The most important sentences regarding money creation are already there in the summary, though:

The majority of the money supply is made up of book money, which is created through transactions between banks and domestic customers. Sight deposits are an example of book money: sight deposits are created when a bank grants a credit or purchases an asset and credits the corresponding amount to the customer’s bank account in return. This means that banks can create book money just by making an accounting entry. This refutes a popular misconception that banks act simply as intermediaries at the time of lending – ie that banks can only grant credit using funds placed with them previously as deposits by other customers.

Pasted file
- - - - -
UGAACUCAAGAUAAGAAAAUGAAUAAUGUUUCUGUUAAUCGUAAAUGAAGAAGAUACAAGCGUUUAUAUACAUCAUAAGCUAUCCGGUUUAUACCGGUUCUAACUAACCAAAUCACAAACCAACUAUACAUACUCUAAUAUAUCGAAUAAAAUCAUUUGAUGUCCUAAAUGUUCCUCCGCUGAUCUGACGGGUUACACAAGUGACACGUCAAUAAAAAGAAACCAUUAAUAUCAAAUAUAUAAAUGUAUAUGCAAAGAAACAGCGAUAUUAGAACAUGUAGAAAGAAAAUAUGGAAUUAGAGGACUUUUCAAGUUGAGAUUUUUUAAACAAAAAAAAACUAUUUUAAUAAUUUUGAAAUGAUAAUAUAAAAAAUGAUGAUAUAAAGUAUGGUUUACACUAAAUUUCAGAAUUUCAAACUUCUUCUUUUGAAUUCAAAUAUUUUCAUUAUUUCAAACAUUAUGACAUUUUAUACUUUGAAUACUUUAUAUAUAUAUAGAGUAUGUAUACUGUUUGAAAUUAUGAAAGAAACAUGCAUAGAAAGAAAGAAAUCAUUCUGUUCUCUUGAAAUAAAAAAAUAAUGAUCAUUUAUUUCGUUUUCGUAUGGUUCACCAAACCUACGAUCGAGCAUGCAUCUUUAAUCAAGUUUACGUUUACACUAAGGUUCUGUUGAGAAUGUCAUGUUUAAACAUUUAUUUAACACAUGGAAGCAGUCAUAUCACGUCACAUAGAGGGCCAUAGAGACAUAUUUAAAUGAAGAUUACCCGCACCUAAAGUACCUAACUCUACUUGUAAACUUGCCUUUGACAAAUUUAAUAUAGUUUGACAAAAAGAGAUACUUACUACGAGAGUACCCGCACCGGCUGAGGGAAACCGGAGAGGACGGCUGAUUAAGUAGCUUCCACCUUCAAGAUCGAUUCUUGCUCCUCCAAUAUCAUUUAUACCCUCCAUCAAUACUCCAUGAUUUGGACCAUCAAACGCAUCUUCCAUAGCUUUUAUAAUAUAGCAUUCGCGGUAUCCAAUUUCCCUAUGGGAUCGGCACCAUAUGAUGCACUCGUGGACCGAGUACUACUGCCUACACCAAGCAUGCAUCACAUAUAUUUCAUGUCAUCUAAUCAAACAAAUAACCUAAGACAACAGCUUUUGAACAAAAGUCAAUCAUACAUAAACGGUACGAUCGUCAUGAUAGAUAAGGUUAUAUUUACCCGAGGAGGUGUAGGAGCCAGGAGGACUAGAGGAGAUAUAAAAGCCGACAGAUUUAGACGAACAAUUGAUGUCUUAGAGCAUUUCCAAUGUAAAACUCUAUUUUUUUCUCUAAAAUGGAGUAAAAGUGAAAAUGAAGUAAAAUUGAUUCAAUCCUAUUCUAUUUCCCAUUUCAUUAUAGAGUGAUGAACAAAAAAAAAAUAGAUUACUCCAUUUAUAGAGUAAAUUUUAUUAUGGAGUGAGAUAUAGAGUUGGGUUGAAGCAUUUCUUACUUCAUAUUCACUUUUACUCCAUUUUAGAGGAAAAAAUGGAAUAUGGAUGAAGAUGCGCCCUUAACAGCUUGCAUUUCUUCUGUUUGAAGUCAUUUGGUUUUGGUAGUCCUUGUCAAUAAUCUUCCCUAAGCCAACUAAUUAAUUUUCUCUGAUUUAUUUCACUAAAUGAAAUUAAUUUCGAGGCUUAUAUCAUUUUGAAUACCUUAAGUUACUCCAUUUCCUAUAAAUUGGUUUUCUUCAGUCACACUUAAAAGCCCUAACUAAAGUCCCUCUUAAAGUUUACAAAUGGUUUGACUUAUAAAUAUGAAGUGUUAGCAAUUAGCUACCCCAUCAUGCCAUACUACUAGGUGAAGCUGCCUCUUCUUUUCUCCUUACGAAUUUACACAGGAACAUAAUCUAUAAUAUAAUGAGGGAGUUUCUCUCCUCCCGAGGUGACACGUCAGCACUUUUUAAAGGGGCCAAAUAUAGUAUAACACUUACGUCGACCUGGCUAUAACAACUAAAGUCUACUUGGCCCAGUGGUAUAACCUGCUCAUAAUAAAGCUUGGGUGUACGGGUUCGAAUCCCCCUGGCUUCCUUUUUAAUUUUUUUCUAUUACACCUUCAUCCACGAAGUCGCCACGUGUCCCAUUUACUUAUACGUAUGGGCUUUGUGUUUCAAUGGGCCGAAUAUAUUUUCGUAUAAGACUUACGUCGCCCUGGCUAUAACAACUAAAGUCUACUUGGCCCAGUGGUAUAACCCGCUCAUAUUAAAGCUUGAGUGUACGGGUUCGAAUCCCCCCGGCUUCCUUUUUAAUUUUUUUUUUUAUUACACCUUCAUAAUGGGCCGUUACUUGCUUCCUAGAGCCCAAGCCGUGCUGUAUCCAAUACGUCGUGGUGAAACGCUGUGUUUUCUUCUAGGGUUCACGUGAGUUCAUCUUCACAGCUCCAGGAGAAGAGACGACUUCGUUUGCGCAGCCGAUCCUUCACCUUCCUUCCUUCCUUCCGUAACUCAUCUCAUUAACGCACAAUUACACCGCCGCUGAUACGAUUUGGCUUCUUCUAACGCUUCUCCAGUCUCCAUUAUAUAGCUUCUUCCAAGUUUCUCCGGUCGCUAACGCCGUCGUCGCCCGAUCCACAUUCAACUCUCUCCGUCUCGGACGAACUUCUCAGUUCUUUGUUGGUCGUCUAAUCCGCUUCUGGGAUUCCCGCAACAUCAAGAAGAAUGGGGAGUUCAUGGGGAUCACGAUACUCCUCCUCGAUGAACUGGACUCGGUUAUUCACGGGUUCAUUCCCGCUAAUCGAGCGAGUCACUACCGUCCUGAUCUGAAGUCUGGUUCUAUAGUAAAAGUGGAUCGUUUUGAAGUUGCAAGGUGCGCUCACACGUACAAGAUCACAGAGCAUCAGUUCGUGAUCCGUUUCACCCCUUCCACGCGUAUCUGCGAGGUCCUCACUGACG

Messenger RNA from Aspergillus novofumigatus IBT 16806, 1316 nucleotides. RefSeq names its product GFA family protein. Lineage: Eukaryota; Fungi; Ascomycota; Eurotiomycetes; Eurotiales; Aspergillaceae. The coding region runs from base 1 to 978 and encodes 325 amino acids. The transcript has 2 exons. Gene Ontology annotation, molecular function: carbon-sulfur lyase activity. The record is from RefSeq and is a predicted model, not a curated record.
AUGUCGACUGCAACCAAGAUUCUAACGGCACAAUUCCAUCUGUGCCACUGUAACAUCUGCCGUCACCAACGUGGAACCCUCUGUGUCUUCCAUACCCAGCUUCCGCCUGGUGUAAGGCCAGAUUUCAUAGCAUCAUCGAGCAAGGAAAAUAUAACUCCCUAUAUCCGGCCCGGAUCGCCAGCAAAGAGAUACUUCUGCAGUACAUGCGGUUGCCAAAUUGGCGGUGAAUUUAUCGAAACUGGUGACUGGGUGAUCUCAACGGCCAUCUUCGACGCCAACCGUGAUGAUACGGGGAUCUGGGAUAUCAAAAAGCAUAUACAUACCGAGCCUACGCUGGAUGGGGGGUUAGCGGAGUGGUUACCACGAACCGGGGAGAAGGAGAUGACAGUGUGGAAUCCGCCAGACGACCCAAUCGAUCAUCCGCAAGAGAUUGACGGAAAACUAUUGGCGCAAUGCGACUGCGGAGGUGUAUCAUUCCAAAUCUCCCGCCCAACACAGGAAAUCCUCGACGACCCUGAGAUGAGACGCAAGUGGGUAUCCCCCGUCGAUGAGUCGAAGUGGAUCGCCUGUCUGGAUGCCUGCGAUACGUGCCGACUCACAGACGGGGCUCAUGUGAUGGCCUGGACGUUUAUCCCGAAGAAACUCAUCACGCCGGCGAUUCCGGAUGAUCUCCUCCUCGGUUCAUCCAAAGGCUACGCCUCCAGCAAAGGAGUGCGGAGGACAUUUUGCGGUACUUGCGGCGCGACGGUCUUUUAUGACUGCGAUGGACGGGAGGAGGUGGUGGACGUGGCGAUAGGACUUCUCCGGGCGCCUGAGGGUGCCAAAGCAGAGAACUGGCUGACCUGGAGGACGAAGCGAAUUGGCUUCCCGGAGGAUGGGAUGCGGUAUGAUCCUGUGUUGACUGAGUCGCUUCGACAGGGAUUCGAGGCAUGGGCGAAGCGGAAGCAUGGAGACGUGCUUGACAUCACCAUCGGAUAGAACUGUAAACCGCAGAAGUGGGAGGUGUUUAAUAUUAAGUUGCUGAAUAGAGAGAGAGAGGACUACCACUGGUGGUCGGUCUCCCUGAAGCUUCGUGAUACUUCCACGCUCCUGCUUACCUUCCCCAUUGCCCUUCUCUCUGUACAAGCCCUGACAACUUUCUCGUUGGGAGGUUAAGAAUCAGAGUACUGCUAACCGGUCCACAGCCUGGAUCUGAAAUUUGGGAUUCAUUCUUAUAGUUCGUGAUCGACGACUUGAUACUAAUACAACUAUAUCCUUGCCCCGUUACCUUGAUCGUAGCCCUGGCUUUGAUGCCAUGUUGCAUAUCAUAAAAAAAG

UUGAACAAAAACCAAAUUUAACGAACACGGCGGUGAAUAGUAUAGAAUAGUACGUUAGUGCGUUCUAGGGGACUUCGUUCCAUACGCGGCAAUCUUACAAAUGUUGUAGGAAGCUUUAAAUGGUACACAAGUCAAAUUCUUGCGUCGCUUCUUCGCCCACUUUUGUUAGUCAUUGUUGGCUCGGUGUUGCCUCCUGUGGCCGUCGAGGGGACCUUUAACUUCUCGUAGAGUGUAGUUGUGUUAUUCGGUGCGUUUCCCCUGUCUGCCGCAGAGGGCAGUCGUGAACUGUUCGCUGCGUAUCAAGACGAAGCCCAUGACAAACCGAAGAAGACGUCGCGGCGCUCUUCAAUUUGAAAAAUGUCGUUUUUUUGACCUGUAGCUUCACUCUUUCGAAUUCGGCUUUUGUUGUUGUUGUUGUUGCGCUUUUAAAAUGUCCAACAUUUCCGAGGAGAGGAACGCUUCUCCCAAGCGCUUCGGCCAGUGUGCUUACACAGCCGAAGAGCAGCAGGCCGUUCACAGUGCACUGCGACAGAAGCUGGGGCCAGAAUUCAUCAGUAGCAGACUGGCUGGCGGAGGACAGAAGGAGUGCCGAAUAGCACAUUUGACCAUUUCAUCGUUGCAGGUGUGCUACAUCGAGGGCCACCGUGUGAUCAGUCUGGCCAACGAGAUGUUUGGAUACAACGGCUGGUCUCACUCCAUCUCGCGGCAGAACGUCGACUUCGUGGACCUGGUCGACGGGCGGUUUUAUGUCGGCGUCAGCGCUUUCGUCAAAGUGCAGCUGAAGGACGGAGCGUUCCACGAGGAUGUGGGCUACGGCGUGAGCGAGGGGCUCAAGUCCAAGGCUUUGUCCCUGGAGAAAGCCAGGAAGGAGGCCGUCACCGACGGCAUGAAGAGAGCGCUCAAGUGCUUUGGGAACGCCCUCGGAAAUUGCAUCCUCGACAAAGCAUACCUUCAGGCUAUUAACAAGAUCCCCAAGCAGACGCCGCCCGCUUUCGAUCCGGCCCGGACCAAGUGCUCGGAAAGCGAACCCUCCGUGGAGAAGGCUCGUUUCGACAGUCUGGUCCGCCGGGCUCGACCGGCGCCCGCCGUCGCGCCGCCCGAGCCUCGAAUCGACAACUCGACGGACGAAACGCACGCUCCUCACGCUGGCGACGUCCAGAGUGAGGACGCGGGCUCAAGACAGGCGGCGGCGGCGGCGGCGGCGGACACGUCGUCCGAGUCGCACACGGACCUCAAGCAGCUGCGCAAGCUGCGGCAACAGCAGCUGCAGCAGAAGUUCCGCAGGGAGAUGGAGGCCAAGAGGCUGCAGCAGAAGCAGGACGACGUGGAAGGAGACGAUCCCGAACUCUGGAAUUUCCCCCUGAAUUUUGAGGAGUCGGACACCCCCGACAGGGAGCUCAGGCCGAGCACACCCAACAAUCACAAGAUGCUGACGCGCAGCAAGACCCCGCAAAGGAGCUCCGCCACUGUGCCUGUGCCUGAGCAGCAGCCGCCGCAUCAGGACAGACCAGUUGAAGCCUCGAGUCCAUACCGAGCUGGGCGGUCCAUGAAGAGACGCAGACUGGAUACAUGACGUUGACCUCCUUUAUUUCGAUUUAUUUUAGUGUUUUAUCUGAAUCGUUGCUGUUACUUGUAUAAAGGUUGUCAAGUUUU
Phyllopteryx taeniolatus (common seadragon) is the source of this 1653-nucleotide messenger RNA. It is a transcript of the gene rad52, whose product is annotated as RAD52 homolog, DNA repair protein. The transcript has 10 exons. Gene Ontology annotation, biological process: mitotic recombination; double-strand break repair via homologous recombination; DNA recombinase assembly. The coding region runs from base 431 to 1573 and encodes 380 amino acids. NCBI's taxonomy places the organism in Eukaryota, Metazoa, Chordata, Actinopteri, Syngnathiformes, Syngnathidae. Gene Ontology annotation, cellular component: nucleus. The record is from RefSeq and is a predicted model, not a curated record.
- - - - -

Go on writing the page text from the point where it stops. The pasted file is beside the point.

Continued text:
Limits

May 11, 2017 19 comments

from Peter Radford

I don’t understand why people get upset when I say that economics is a waste of time. I suppose it’s because I don’t make a clear enough difference between economics as a general topic and economics as a formal, mainstream, body of knowledge. It’s the latter that is a waste of time. The former is wonderfully interesting.

At its heart economics is a study of human behavior, where that behavior is specific to certain activities. It is thus deeply rooted in psychology, so it is more closely associated with biology than physics. This is not a new idea: some of the greatest economists of the past have argued as much. Trying to transfer in ideas from physics, even metaphorically, therefore tends to lead to dead ends.